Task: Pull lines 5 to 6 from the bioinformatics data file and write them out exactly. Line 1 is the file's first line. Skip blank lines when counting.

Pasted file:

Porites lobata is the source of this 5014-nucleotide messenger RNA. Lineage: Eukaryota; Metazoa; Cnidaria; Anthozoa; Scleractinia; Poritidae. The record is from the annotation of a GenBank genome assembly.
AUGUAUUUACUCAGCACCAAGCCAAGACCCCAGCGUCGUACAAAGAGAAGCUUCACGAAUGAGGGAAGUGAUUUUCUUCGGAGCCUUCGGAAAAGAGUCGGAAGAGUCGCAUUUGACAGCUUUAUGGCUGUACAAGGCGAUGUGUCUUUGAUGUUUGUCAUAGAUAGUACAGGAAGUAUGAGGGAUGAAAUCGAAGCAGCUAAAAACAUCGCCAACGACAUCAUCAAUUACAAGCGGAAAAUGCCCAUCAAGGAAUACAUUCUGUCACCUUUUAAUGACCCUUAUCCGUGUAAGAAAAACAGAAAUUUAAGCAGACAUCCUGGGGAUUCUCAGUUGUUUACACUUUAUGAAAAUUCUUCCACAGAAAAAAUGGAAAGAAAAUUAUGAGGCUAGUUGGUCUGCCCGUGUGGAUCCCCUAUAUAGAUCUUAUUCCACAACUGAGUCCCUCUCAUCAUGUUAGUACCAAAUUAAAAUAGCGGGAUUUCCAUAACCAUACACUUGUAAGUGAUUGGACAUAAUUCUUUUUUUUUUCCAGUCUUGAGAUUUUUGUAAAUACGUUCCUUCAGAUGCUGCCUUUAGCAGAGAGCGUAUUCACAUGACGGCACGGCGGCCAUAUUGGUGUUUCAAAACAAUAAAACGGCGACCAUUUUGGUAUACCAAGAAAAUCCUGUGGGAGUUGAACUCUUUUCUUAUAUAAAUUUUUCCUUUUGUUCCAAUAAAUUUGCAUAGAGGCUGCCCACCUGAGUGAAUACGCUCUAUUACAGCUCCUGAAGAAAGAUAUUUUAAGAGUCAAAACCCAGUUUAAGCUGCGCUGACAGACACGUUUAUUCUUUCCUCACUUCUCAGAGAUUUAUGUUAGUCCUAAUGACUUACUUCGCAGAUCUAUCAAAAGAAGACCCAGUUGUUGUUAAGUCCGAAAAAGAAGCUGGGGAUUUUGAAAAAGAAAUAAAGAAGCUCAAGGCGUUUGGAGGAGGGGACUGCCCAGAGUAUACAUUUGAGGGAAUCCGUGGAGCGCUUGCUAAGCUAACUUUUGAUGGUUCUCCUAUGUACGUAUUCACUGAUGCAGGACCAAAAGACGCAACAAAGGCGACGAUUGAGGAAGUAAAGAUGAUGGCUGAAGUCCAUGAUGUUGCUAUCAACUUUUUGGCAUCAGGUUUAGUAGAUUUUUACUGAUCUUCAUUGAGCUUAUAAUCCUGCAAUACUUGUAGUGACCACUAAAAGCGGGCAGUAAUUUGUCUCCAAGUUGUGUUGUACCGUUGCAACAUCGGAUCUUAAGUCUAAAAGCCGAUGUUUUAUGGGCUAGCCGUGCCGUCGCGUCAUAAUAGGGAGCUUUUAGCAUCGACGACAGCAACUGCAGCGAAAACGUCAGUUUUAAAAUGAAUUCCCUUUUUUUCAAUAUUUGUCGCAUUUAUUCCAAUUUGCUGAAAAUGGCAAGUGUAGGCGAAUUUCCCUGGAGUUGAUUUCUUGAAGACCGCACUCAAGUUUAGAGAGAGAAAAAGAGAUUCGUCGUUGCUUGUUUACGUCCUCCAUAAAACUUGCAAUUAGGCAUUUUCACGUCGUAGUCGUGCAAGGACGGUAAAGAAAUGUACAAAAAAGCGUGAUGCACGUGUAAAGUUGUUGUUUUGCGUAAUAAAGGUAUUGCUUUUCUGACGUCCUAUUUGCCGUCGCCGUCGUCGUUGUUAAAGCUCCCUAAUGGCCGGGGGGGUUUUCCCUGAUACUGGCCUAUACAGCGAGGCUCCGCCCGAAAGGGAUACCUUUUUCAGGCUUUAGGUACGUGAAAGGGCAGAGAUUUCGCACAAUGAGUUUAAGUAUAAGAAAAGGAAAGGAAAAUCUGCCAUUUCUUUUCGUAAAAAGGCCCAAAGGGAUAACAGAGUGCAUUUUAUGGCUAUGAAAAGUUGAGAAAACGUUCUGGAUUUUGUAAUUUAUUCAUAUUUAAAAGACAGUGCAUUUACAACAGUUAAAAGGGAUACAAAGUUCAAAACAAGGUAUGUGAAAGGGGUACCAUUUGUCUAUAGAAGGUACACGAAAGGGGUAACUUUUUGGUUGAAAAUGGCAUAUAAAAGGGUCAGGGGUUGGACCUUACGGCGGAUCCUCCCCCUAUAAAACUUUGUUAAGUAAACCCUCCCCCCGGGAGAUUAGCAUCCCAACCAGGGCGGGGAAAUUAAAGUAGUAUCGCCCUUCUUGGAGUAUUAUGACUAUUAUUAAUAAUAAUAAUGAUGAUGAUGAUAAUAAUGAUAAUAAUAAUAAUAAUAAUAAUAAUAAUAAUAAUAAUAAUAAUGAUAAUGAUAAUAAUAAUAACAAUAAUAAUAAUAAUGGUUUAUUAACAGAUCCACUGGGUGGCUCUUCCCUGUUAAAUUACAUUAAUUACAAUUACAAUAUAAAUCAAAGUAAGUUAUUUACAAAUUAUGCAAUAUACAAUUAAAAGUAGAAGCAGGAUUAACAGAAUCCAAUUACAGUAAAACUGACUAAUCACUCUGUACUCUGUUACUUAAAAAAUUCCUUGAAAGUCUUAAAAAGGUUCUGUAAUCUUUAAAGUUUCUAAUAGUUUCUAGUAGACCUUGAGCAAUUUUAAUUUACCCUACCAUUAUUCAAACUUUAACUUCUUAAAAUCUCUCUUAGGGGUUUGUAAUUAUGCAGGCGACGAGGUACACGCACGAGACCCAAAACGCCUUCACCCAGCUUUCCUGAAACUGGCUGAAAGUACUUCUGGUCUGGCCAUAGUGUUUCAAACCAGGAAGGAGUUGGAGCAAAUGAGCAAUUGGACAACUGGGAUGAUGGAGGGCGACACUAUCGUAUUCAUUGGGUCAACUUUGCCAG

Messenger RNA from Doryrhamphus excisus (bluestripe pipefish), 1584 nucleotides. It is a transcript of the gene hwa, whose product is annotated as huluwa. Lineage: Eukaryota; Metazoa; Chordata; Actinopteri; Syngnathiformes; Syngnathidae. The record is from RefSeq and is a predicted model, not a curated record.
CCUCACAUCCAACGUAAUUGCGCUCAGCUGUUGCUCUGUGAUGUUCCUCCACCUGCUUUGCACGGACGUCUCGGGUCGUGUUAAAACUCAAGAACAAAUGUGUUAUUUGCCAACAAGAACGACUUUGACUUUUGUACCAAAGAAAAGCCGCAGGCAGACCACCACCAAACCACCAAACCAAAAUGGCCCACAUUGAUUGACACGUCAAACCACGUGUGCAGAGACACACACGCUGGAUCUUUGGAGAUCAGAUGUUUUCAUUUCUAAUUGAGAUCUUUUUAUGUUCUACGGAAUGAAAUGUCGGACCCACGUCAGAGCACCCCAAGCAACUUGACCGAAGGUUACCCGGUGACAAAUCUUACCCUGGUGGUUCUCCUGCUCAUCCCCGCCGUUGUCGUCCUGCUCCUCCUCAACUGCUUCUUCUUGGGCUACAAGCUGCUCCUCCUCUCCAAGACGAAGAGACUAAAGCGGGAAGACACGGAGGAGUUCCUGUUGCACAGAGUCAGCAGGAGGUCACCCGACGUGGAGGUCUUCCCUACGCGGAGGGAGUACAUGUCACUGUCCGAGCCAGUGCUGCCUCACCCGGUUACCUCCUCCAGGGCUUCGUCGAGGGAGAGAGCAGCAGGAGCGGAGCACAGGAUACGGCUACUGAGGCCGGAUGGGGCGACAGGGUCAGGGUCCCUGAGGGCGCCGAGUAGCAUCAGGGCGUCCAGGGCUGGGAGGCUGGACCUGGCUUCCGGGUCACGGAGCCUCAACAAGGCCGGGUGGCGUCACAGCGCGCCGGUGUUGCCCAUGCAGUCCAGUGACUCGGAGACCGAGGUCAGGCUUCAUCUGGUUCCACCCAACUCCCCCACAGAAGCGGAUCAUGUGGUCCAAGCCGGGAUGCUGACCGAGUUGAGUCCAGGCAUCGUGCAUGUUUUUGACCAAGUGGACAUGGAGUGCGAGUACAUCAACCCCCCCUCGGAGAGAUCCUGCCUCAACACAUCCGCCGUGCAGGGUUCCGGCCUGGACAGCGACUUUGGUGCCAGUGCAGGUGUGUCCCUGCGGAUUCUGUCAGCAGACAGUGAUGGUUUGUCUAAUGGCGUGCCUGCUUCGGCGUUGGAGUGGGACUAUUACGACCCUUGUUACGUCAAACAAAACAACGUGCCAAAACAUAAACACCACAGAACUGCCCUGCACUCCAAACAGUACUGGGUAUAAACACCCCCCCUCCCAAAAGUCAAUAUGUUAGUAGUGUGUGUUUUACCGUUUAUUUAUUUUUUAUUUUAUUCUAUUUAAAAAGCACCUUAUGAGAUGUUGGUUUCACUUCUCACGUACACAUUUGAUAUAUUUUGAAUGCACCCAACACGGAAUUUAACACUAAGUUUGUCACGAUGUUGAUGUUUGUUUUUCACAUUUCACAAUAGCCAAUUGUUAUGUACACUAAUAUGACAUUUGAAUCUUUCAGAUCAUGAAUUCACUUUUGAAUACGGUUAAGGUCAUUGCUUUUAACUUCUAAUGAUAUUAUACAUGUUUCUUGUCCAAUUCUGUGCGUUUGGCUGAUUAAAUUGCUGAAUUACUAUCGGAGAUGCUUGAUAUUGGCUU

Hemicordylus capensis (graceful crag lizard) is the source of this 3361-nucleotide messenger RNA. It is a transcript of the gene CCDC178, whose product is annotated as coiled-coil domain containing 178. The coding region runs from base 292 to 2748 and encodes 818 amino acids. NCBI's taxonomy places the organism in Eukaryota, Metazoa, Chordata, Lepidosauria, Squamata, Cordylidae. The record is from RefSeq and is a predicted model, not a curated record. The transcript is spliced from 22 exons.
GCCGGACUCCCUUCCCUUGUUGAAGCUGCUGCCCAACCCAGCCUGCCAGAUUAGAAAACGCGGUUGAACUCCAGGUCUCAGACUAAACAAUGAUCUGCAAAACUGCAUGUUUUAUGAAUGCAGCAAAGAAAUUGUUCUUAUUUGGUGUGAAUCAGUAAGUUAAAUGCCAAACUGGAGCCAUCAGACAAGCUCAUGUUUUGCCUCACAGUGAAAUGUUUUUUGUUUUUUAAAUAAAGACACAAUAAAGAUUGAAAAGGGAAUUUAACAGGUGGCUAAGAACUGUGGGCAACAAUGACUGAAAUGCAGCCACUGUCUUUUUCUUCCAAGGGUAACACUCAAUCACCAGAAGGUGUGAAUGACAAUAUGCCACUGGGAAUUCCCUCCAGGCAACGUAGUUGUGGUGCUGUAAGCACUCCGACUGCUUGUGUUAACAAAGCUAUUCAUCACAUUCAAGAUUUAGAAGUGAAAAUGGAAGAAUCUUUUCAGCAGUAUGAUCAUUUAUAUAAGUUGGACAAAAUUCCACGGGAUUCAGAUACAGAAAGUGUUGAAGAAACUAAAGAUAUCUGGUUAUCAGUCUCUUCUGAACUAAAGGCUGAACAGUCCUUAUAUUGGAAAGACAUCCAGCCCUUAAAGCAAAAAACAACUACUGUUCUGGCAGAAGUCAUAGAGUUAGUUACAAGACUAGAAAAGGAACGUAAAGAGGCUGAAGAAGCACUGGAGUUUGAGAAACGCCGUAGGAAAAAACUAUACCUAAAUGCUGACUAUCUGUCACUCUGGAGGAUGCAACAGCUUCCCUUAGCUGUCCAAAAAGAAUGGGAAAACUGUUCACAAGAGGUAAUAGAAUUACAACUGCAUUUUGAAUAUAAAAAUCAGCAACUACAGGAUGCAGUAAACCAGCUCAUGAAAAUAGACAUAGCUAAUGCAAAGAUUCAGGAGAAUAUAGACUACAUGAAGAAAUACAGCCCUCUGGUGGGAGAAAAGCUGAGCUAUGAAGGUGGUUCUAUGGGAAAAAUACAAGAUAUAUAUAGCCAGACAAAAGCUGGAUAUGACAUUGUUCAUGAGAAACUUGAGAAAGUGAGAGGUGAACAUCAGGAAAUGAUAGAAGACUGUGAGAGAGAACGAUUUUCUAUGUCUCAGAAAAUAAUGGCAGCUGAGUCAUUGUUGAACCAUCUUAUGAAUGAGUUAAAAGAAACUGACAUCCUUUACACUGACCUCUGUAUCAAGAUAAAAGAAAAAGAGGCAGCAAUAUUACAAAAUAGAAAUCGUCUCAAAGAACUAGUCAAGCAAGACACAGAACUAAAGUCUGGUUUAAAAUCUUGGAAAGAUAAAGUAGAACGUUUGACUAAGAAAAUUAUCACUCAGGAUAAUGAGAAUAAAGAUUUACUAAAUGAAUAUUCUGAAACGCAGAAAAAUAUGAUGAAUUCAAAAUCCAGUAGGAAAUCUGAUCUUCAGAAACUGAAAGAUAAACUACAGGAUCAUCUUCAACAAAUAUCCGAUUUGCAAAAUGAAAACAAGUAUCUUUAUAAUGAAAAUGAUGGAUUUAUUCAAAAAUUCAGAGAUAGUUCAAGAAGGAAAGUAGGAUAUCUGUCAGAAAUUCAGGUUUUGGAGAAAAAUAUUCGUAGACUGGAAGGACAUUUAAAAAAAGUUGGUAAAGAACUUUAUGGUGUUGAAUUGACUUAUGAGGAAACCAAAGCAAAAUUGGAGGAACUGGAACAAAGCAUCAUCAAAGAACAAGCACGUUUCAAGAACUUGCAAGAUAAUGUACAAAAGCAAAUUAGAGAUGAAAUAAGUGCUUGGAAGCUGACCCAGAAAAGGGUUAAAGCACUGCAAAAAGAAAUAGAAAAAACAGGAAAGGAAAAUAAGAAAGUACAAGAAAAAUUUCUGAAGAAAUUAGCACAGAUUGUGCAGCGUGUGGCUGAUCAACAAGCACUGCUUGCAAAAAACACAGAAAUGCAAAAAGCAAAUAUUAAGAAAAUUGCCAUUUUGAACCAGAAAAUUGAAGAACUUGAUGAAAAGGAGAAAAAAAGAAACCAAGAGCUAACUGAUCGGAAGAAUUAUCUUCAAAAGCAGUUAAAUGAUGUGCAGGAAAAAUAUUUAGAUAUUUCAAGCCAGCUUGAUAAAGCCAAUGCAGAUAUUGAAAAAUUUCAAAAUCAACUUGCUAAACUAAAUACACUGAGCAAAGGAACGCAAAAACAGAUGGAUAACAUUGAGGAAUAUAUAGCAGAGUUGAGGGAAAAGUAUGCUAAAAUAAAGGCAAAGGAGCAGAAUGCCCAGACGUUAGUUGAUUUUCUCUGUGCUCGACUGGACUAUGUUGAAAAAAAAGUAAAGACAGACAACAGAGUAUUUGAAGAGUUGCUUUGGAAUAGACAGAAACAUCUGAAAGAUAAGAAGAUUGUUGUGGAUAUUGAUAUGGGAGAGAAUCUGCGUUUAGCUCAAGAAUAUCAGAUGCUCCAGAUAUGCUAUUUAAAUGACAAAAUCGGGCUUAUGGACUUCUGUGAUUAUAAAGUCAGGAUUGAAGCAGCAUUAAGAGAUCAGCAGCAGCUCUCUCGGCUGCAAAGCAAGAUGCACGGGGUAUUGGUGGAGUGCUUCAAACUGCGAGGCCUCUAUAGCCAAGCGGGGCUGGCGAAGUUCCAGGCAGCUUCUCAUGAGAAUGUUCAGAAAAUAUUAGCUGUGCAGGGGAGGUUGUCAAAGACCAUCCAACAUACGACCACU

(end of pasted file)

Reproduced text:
Hemicordylus capensis (graceful crag lizard) is the source of this 3361-nucleotide messenger RNA. It is a transcript of the gene CCDC178, whose product is annotated as coiled-coil domain containing 178. The coding region runs from base 292 to 2748 and encodes 818 amino acids. NCBI's taxonomy places the organism in Eukaryota, Metazoa, Chordata, Lepidosauria, Squamata, Cordylidae. The record is from RefSeq and is a predicted model, not a curated record. The transcript is spliced from 22 exons.
GCCGGACUCCCUUCCCUUGUUGAAGCUGCUGCCCAACCCAGCCUGCCAGAUUAGAAAACGCGGUUGAACUCCAGGUCUCAGACUAAACAAUGAUCUGCAAAACUGCAUGUUUUAUGAAUGCAGCAAAGAAAUUGUUCUUAUUUGGUGUGAAUCAGUAAGUUAAAUGCCAAACUGGAGCCAUCAGACAAGCUCAUGUUUUGCCUCACAGUGAAAUGUUUUUUGUUUUUUAAAUAAAGACACAAUAAAGAUUGAAAAGGGAAUUUAACAGGUGGCUAAGAACUGUGGGCAACAAUGACUGAAAUGCAGCCACUGUCUUUUUCUUCCAAGGGUAACACUCAAUCACCAGAAGGUGUGAAUGACAAUAUGCCACUGGGAAUUCCCUCCAGGCAACGUAGUUGUGGUGCUGUAAGCACUCCGACUGCUUGUGUUAACAAAGCUAUUCAUCACAUUCAAGAUUUAGAAGUGAAAAUGGAAGAAUCUUUUCAGCAGUAUGAUCAUUUAUAUAAGUUGGACAAAAUUCCACGGGAUUCAGAUACAGAAAGUGUUGAAGAAACUAAAGAUAUCUGGUUAUCAGUCUCUUCUGAACUAAAGGCUGAACAGUCCUUAUAUUGGAAAGACAUCCAGCCCUUAAAGCAAAAAACAACUACUGUUCUGGCAGAAGUCAUAGAGUUAGUUACAAGACUAGAAAAGGAACGUAAAGAGGCUGAAGAAGCACUGGAGUUUGAGAAACGCCGUAGGAAAAAACUAUACCUAAAUGCUGACUAUCUGUCACUCUGGAGGAUGCAACAGCUUCCCUUAGCUGUCCAAAAAGAAUGGGAAAACUGUUCACAAGAGGUAAUAGAAUUACAACUGCAUUUUGAAUAUAAAAAUCAGCAACUACAGGAUGCAGUAAACCAGCUCAUGAAAAUAGACAUAGCUAAUGCAAAGAUUCAGGAGAAUAUAGACUACAUGAAGAAAUACAGCCCUCUGGUGGGAGAAAAGCUGAGCUAUGAAGGUGGUUCUAUGGGAAAAAUACAAGAUAUAUAUAGCCAGACAAAAGCUGGAUAUGACAUUGUUCAUGAGAAACUUGAGAAAGUGAGAGGUGAACAUCAGGAAAUGAUAGAAGACUGUGAGAGAGAACGAUUUUCUAUGUCUCAGAAAAUAAUGGCAGCUGAGUCAUUGUUGAACCAUCUUAUGAAUGAGUUAAAAGAAACUGACAUCCUUUACACUGACCUCUGUAUCAAGAUAAAAGAAAAAGAGGCAGCAAUAUUACAAAAUAGAAAUCGUCUCAAAGAACUAGUCAAGCAAGACACAGAACUAAAGUCUGGUUUAAAAUCUUGGAAAGAUAAAGUAGAACGUUUGACUAAGAAAAUUAUCACUCAGGAUAAUGAGAAUAAAGAUUUACUAAAUGAAUAUUCUGAAACGCAGAAAAAUAUGAUGAAUUCAAAAUCCAGUAGGAAAUCUGAUCUUCAGAAACUGAAAGAUAAACUACAGGAUCAUCUUCAACAAAUAUCCGAUUUGCAAAAUGAAAACAAGUAUCUUUAUAAUGAAAAUGAUGGAUUUAUUCAAAAAUUCAGAGAUAGUUCAAGAAGGAAAGUAGGAUAUCUGUCAGAAAUUCAGGUUUUGGAGAAAAAUAUUCGUAGACUGGAAGGACAUUUAAAAAAAGUUGGUAAAGAACUUUAUGGUGUUGAAUUGACUUAUGAGGAAACCAAAGCAAAAUUGGAGGAACUGGAACAAAGCAUCAUCAAAGAACAAGCACGUUUCAAGAACUUGCAAGAUAAUGUACAAAAGCAAAUUAGAGAUGAAAUAAGUGCUUGGAAGCUGACCCAGAAAAGGGUUAAAGCACUGCAAAAAGAAAUAGAAAAAACAGGAAAGGAAAAUAAGAAAGUACAAGAAAAAUUUCUGAAGAAAUUAGCACAGAUUGUGCAGCGUGUGGCUGAUCAACAAGCACUGCUUGCAAAAAACACAGAAAUGCAAAAAGCAAAUAUUAAGAAAAUUGCCAUUUUGAACCAGAAAAUUGAAGAACUUGAUGAAAAGGAGAAAAAAAGAAACCAAGAGCUAACUGAUCGGAAGAAUUAUCUUCAAAAGCAGUUAAAUGAUGUGCAGGAAAAAUAUUUAGAUAUUUCAAGCCAGCUUGAUAAAGCCAAUGCAGAUAUUGAAAAAUUUCAAAAUCAACUUGCUAAACUAAAUACACUGAGCAAAGGAACGCAAAAACAGAUGGAUAACAUUGAGGAAUAUAUAGCAGAGUUGAGGGAAAAGUAUGCUAAAAUAAAGGCAAAGGAGCAGAAUGCCCAGACGUUAGUUGAUUUUCUCUGUGCUCGACUGGACUAUGUUGAAAAAAAAGUAAAGACAGACAACAGAGUAUUUGAAGAGUUGCUUUGGAAUAGACAGAAACAUCUGAAAGAUAAGAAGAUUGUUGUGGAUAUUGAUAUGGGAGAGAAUCUGCGUUUAGCUCAAGAAUAUCAGAUGCUCCAGAUAUGCUAUUUAAAUGACAAAAUCGGGCUUAUGGACUUCUGUGAUUAUAAAGUCAGGAUUGAAGCAGCAUUAAGAGAUCAGCAGCAGCUCUCUCGGCUGCAAAGCAAGAUGCACGGGGUAUUGGUGGAGUGCUUCAAACUGCGAGGCCUCUAUAGCCAAGCGGGGCUGGCGAAGUUCCAGGCAGCUUCUCAUGAGAAUGUUCAGAAAAUAUUAGCUGUGCAGGGGAGGUUGUCAAAGACCAUCCAACAUACGACCACU